Sep 08, 2014 - EDITORIAL: A SOBERING STATISTIC; DON'T DRIVE IMPAIRED


It is an ironically sobering statistic.

The year is nowhere near over but RCMP in Nova Scotia have already nabbed almost 1,000 impaired drivers.

The number of those charged is a small percentage of those who we, and police, believe are actually driving impaired on our roads. That figure also doesn’t take into account the impaired drivers that other Nova Scotia police forces have caught this year.

In short, we have a problem.

In a media release, the RCMP said between Jan. 1 and Aug. 31, 2014 in areas policed by the RCMP they had arrested and charged 591 people for being Impaired by Alcohol, 58 for being Impaired by Drug and issued 378 administrative suspensions, which is when drivers lose their license from anywhere between seven to 90 days due as a result of being over the legal limit for impairment.

The officer-in-charge of RCMP Traffic Services, Inspector Berni Chapman, said the RCMP are looking for drivers impaired by drug and alcohol 24 hours a day, seven days a week and asked for the public’s help to keep the roads safe.

First, they are asking motorists to consider the costs of impaired driving; not only the potential costs for themselves but for innocents on the road and their passengers.

Because still, matter the consequences, drivers often come up with a lot of excuses for their choice to drive impaired though.

“Unfortunately as a police officer I have heard it all and I have seen the consequences first hand,” said Insp. Chapman in the release. “I can tell you that no excuse makes it easier for an impaired driver to live with the fact that they killed innocent people.”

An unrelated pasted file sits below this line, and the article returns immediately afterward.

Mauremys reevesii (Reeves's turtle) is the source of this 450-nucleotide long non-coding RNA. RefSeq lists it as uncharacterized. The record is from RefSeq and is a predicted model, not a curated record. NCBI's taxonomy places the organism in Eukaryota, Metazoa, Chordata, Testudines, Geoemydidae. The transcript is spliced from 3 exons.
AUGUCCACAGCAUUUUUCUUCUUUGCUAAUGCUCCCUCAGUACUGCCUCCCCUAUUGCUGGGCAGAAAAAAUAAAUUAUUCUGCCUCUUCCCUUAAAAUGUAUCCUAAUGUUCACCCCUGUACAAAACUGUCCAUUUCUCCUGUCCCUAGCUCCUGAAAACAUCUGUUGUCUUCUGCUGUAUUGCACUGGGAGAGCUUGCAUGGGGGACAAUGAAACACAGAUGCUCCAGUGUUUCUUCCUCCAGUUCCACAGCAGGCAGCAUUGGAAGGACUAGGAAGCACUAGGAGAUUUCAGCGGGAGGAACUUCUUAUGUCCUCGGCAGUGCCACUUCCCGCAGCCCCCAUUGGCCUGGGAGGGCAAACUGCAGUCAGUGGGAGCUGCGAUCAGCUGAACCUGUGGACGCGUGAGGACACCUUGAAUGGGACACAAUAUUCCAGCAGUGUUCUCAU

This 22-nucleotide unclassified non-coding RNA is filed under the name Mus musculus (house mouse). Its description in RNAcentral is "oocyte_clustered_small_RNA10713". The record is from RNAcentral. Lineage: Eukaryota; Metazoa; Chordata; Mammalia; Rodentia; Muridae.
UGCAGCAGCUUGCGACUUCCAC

So for some, only enforcement will curb the problem. And here’s where the public can help. Citizens who spot a suspected impaired driver are being asked to call 911 and report the location where the vehicle is traveling, description of the driver and/or vehicle, and license plate information.  

The intent is to stop these drivers before they maim or kill themselves or someone else.

It is unfortunate that far too many of our motorists continue to flaunt the law at great peril to everyone on the road. They don’t consider the consequences of driving impaired, either by alcohol or drugs.

It is a selfish attitude because they’re often only thinking of themselves. ‘I haven’t drank too much. I’ll be fine. I can drive. I don’t have far to go.’

Tell it to the family traveling in the oncoming vehicle on the highway. Like the impaired driver, they too want to get home safely.

This isn’t about getting home and not getting caught by the RCMP. Everyone needs to realize that they put themselves and others at risk when they drive impaired.

And if people are standing by, letting others drive when they shouldn’t be, they must step up and stop it from happening.

A thousand impaired drivers is a thousand too many.

Then again, one impaired driver is too many as well.

Source: The Vanguard


 

Last updated on: 2014-09-12 | Link to this post